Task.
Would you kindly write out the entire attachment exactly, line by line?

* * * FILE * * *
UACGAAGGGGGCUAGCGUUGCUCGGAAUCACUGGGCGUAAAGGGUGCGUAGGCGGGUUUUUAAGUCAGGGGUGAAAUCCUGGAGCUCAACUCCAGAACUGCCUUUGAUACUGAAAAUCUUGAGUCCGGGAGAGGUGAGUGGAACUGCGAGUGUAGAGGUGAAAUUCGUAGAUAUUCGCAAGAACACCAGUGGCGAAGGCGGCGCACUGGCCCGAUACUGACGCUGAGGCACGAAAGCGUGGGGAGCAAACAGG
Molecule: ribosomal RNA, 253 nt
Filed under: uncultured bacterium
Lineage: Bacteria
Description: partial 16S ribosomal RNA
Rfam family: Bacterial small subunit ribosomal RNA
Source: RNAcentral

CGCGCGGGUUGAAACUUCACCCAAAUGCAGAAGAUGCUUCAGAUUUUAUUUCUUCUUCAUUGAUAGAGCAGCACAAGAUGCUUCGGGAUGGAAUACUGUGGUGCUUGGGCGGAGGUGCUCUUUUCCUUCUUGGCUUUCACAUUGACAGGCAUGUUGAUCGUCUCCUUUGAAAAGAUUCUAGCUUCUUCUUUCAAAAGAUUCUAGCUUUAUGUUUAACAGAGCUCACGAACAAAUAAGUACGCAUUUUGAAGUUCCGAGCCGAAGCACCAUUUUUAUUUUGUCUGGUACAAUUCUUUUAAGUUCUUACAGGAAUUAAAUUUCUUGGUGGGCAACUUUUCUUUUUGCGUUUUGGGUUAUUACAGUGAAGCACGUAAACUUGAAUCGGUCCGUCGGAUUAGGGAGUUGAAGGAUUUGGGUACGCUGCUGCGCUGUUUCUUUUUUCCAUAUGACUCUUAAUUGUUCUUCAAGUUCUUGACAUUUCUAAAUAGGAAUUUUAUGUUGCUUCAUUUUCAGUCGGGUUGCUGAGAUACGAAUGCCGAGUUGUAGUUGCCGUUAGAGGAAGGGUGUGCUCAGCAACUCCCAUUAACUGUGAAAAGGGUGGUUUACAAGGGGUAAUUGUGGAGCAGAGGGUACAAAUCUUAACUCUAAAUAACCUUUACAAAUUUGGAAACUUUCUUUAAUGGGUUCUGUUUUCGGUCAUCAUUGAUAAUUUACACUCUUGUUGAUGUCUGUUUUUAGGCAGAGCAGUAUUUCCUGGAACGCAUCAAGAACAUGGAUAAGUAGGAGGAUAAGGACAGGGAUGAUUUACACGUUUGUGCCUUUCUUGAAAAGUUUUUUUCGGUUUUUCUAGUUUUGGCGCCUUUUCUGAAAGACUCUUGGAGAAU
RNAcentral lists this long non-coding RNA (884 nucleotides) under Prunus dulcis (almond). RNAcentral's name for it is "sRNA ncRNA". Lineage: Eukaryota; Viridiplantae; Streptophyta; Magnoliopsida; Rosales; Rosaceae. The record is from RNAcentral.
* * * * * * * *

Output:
UACGAAGGGGGCUAGCGUUGCUCGGAAUCACUGGGCGUAAAGGGUGCGUAGGCGGGUUUUUAAGUCAGGGGUGAAAUCCUGGAGCUCAACUCCAGAACUGCCUUUGAUACUGAAAAUCUUGAGUCCGGGAGAGGUGAGUGGAACUGCGAGUGUAGAGGUGAAAUUCGUAGAUAUUCGCAAGAACACCAGUGGCGAAGGCGGCGCACUGGCCCGAUACUGACGCUGAGGCACGAAAGCGUGGGGAGCAAACAGG
Molecule: ribosomal RNA, 253 nt
Filed under: uncultured bacterium
Lineage: Bacteria
Description: partial 16S ribosomal RNA
Rfam family: Bacterial small subunit ribosomal RNA
Source: RNAcentral

CGCGCGGGUUGAAACUUCACCCAAAUGCAGAAGAUGCUUCAGAUUUUAUUUCUUCUUCAUUGAUAGAGCAGCACAAGAUGCUUCGGGAUGGAAUACUGUGGUGCUUGGGCGGAGGUGCUCUUUUCCUUCUUGGCUUUCACAUUGACAGGCAUGUUGAUCGUCUCCUUUGAAAAGAUUCUAGCUUCUUCUUUCAAAAGAUUCUAGCUUUAUGUUUAACAGAGCUCACGAACAAAUAAGUACGCAUUUUGAAGUUCCGAGCCGAAGCACCAUUUUUAUUUUGUCUGGUACAAUUCUUUUAAGUUCUUACAGGAAUUAAAUUUCUUGGUGGGCAACUUUUCUUUUUGCGUUUUGGGUUAUUACAGUGAAGCACGUAAACUUGAAUCGGUCCGUCGGAUUAGGGAGUUGAAGGAUUUGGGUACGCUGCUGCGCUGUUUCUUUUUUCCAUAUGACUCUUAAUUGUUCUUCAAGUUCUUGACAUUUCUAAAUAGGAAUUUUAUGUUGCUUCAUUUUCAGUCGGGUUGCUGAGAUACGAAUGCCGAGUUGUAGUUGCCGUUAGAGGAAGGGUGUGCUCAGCAACUCCCAUUAACUGUGAAAAGGGUGGUUUACAAGGGGUAAUUGUGGAGCAGAGGGUACAAAUCUUAACUCUAAAUAACCUUUACAAAUUUGGAAACUUUCUUUAAUGGGUUCUGUUUUCGGUCAUCAUUGAUAAUUUACACUCUUGUUGAUGUCUGUUUUUAGGCAGAGCAGUAUUUCCUGGAACGCAUCAAGAACAUGGAUAAGUAGGAGGAUAAGGACAGGGAUGAUUUACACGUUUGUGCCUUUCUUGAAAAGUUUUUUUCGGUUUUUCUAGUUUUGGCGCCUUUUCUGAAAGACUCUUGGAGAAU
RNAcentral lists this long non-coding RNA (884 nucleotides) under Prunus dulcis (almond). RNAcentral's name for it is "sRNA ncRNA". Lineage: Eukaryota; Viridiplantae; Streptophyta; Magnoliopsida; Rosales; Rosaceae. The record is from RNAcentral.